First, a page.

Aug 25, 2012; Bristol, TN, USA; Sprint Cup Series driver Matt Kenseth (17) and driver Tony Stewart (14) crash during the IRWIN Tools Night Race a Bristol Motor Speedway. Mandatory Credit: Randy Sartin-US PRESSWIRE

Tony Stewart Discusses Bristol Helmet Toss At Matt Kenseth

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Tony Stewart Jokes About Helmet Throw But Says, 'I Don't Enjoy Getting Mad Like That'

Tony Stewart said he understands why Saturday night's helmet-toss at Bristol Motor Speedway got so much attention, but he wasn't able to completely share in the humor everyone else seemed to find in the incident.

"I don't enjoy getting mad like that," he told reporters Tuesday in Charlotte. "It doesn't make my day. I wasn't happy when I did it, I wasn't happy when it was over, I wasn't happy when I got home."

But he also acknowledged: "At least it gives (everyone) something to talk about."

Stewart chucked his helmet and hit Matt Kenseth's car after the two drivers tangled and crashed while racing for the lead in Saturday night's NASCAR Sprint Cup Series race. The throw became the most-discussed moment of the race around the country and even internationally.

Naturally, Stewart had a few quips about the incident. Among them:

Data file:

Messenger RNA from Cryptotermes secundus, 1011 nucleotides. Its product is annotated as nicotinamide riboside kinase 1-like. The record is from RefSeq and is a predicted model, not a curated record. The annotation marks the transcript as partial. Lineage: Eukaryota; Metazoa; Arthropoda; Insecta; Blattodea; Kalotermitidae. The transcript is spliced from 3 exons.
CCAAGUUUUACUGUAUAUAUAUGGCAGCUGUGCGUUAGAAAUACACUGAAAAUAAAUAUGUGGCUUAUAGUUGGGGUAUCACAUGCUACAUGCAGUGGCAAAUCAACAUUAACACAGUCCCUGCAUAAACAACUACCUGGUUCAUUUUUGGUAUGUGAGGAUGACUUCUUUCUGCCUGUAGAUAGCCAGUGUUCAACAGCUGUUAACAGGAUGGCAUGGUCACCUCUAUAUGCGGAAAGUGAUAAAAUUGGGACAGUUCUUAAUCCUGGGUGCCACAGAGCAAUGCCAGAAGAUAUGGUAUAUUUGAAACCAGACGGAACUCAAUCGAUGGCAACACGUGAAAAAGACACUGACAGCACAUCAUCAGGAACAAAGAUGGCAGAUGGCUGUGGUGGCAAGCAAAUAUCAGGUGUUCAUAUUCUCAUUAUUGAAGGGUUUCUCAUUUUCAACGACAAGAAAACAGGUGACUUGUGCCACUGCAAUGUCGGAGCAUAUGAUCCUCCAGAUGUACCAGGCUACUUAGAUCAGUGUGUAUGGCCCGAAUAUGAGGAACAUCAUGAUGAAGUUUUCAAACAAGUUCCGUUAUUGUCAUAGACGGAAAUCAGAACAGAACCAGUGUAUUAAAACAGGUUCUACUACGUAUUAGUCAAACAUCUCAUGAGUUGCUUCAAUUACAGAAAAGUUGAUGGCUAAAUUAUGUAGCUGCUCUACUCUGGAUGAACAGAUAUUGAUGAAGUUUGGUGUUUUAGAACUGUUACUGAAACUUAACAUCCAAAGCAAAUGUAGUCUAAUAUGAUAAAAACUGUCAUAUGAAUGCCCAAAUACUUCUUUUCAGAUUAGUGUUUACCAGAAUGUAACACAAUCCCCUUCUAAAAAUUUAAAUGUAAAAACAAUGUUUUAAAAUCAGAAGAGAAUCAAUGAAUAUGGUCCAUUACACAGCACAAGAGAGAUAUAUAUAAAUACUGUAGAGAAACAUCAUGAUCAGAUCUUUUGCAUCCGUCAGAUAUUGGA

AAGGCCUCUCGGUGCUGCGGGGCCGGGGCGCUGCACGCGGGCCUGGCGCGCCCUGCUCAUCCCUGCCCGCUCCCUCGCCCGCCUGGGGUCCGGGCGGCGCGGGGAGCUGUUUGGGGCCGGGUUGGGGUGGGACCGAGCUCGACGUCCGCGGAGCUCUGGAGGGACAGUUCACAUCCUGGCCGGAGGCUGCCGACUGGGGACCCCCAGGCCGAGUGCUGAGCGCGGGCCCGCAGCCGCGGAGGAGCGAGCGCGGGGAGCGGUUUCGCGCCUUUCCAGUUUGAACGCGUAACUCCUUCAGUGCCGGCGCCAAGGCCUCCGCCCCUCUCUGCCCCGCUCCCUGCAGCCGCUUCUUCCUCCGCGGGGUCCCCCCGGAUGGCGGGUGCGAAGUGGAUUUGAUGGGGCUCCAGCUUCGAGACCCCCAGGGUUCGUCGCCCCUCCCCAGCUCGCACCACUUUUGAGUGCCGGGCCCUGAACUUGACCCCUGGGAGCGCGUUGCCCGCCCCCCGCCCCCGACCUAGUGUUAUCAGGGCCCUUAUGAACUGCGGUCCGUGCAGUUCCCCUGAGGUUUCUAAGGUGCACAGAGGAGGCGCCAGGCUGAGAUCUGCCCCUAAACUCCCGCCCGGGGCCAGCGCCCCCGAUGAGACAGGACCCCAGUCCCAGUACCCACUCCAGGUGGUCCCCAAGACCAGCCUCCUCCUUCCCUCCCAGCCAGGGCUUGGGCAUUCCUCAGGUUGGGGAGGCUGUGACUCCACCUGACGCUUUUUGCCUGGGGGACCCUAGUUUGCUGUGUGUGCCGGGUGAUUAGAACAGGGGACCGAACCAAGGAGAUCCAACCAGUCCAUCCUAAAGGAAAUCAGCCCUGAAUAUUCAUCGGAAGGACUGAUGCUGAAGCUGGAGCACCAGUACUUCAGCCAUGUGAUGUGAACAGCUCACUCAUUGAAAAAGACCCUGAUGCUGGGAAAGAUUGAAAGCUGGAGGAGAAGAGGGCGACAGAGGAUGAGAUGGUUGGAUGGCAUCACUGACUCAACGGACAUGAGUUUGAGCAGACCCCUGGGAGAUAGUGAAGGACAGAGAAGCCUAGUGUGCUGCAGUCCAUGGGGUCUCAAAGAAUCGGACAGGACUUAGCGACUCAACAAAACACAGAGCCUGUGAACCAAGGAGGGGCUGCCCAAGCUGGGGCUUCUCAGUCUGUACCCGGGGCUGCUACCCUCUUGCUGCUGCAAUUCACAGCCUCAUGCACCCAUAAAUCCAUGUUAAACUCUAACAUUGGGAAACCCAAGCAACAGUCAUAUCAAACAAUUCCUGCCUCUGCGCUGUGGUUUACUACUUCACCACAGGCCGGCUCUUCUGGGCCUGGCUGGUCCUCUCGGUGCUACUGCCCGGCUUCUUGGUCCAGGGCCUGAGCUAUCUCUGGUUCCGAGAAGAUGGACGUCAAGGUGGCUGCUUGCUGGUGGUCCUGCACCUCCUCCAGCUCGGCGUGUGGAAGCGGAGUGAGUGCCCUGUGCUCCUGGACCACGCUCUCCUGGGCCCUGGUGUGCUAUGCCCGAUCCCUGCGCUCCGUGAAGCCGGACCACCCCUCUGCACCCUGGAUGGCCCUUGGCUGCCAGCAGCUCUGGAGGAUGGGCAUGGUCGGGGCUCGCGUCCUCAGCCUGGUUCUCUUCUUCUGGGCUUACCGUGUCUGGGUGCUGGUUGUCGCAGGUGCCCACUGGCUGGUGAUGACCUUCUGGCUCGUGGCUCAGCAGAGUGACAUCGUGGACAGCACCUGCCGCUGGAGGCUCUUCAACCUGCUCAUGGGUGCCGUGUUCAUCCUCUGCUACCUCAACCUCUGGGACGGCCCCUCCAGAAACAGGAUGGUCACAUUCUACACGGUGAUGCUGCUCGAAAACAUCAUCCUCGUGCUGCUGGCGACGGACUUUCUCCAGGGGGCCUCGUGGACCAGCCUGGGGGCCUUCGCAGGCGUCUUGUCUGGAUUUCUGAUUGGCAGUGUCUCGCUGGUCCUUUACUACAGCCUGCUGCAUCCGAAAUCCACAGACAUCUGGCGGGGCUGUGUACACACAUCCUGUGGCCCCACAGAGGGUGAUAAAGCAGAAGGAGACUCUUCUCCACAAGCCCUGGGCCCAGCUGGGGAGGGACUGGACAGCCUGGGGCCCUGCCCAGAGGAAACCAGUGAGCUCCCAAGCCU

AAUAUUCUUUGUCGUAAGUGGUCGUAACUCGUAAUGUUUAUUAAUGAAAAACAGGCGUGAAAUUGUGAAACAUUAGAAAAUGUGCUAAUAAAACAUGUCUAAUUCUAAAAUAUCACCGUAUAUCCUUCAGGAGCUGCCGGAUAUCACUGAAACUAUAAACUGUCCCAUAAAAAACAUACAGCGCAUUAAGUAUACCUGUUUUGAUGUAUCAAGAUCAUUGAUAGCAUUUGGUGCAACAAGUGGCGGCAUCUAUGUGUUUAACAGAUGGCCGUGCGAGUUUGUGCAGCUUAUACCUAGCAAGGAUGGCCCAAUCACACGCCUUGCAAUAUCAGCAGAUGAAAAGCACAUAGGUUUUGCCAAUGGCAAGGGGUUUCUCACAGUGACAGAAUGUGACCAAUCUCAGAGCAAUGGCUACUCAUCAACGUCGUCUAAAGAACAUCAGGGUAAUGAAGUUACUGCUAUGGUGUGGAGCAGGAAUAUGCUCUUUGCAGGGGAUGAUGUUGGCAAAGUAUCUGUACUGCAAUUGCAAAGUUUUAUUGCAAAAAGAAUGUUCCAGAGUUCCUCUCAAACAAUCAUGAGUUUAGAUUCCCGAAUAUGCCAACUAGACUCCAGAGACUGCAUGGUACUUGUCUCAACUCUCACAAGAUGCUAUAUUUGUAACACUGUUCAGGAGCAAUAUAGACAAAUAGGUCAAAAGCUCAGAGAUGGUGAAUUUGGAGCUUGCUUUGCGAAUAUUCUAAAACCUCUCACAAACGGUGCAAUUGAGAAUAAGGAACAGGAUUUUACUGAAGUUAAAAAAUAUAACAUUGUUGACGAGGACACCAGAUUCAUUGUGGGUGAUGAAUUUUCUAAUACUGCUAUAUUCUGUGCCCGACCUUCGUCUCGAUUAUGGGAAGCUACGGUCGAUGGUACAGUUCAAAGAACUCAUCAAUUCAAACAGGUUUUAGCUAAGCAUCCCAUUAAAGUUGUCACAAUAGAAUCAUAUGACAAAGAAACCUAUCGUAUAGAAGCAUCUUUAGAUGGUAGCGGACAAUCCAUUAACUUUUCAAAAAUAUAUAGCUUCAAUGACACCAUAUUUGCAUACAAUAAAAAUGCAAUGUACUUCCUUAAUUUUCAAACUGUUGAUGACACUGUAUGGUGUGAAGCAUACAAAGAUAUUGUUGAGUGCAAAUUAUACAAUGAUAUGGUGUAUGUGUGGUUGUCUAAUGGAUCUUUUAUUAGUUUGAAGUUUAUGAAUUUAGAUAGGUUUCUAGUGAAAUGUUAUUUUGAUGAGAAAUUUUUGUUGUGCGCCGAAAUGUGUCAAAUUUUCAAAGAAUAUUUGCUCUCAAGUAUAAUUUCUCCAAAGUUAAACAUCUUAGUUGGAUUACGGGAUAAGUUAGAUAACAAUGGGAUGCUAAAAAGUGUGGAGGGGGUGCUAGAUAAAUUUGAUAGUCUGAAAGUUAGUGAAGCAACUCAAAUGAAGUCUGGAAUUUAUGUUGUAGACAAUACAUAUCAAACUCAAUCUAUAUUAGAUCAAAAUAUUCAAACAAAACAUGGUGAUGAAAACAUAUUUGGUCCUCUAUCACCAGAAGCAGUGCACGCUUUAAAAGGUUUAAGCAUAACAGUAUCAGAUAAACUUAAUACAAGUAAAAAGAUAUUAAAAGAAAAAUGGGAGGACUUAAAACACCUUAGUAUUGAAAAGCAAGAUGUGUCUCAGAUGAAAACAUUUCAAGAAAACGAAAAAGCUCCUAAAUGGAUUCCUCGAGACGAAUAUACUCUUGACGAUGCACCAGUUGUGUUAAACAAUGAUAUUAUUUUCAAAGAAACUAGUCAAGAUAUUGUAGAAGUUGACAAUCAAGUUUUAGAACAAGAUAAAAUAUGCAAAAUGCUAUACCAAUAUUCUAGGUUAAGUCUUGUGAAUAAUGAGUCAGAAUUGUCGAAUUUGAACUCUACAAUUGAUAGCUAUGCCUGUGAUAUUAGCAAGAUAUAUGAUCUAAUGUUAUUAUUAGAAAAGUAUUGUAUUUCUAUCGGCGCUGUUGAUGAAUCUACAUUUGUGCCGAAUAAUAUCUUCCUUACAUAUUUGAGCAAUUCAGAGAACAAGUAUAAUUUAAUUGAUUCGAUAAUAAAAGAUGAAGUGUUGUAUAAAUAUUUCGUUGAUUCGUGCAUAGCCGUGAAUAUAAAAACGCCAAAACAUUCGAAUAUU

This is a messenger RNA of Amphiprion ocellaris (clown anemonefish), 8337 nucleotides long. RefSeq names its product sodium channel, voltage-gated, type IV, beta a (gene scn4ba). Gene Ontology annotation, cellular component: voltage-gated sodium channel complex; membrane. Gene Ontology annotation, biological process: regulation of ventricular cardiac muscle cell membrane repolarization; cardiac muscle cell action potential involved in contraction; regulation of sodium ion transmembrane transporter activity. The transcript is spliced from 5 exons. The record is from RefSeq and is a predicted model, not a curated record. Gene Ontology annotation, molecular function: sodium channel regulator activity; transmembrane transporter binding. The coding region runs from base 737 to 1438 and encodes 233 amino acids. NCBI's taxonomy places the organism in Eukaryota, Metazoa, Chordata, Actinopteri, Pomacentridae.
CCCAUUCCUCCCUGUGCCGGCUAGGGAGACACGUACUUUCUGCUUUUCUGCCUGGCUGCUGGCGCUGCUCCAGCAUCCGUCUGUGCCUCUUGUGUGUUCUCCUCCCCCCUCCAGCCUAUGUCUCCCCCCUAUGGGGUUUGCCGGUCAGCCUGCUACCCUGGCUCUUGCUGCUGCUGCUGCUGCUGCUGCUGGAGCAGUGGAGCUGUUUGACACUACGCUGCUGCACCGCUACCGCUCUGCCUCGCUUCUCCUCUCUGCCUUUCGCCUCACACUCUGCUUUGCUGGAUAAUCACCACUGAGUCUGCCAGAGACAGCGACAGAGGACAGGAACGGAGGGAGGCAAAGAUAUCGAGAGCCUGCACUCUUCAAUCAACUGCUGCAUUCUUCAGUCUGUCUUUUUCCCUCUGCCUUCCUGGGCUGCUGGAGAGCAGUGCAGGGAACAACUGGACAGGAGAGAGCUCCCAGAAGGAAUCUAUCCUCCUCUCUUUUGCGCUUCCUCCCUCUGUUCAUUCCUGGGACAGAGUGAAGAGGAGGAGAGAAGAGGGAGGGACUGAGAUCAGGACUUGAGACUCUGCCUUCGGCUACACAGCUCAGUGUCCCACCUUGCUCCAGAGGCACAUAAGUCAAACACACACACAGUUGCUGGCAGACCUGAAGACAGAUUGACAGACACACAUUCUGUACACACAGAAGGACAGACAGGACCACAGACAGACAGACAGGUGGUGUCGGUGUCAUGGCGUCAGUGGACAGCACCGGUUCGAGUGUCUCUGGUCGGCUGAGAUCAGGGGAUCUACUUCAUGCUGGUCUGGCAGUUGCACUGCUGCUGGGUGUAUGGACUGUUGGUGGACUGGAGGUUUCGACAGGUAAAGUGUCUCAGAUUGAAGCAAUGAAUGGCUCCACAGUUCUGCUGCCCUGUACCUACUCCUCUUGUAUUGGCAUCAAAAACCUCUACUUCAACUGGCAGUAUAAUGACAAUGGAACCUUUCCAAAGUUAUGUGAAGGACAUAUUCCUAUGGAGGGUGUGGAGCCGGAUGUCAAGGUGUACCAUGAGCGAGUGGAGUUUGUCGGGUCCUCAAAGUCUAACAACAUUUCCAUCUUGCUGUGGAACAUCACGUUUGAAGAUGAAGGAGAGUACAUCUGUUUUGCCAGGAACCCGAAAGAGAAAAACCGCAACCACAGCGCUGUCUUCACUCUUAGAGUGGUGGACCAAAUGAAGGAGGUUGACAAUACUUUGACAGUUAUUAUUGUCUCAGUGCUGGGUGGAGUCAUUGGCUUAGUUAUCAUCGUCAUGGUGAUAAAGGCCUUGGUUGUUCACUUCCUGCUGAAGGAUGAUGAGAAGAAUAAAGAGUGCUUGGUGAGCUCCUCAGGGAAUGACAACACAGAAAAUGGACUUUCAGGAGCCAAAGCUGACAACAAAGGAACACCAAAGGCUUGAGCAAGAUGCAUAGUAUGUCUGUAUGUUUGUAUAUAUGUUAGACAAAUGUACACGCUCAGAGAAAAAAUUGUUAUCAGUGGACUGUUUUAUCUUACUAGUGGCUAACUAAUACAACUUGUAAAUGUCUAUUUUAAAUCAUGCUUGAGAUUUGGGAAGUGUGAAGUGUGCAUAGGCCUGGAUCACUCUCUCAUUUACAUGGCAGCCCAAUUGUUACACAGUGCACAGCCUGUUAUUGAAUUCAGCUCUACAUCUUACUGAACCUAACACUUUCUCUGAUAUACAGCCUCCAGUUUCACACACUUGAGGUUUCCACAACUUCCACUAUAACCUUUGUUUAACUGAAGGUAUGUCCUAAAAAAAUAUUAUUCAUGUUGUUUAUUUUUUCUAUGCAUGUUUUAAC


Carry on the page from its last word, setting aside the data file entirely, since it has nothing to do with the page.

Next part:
• "Not bad for a 41-year-old that doesn't work out."

• "(The two-hand throw) was a little unorthodox, but I definitely got a little velocity on it with two (hands)."

• "I can't say I've practiced that much. Maybe I can find some used-up helmets my dad used in his racing career and practice in the backyard like I used to do with baseball."

• He would have given Danica Patrick an "Attaboy!" if she threw her helmet at Regan Smith.

Stewart also said he hasn't gotten his helmet back yet, but it wouldn't be safe to use again in competition anyway. He said about 40 people have asked him for it so far.

The driver was relieved to hear NASCAR did not plan to penalize him for the incident, because he didn't realize helmet-throwing was approved.

"I figured I was going to get some kind of a penalty for it, so that's nice to know that's something you can get away with," he said. "I just wish we could get a more lengthy list of what we can and can't do. It'd be nice to have that list. I think we could make it a lot more entertaining for you all."

As for Kenseth, Stewart said he was able to quickly move past the incident and expected Kenseth would do the same. The two drivers have been racing each other for 15 years and they both know what to expect from the other, he said.

The drivers haven't spoken about the incident, Stewart said, but a conversation isn't necessary. There would be "no big drama" if the two never talked about it, he added.

"I can promise you, we'll probably go out and race each other like we always do," he said. "When you've got 43 guys every week, you're not always going to agree. You're going to disagree at times. This isn't new. This isn't the first time something has happened like this, and it's not the first time it's happened with Matt. It's never really lingered to the next week.

"We still both have teams capable of going out and winning the championship. We can either spend time worrying about him or worrying about trying to win the championship. I'm pretty sure he's thinking the same way."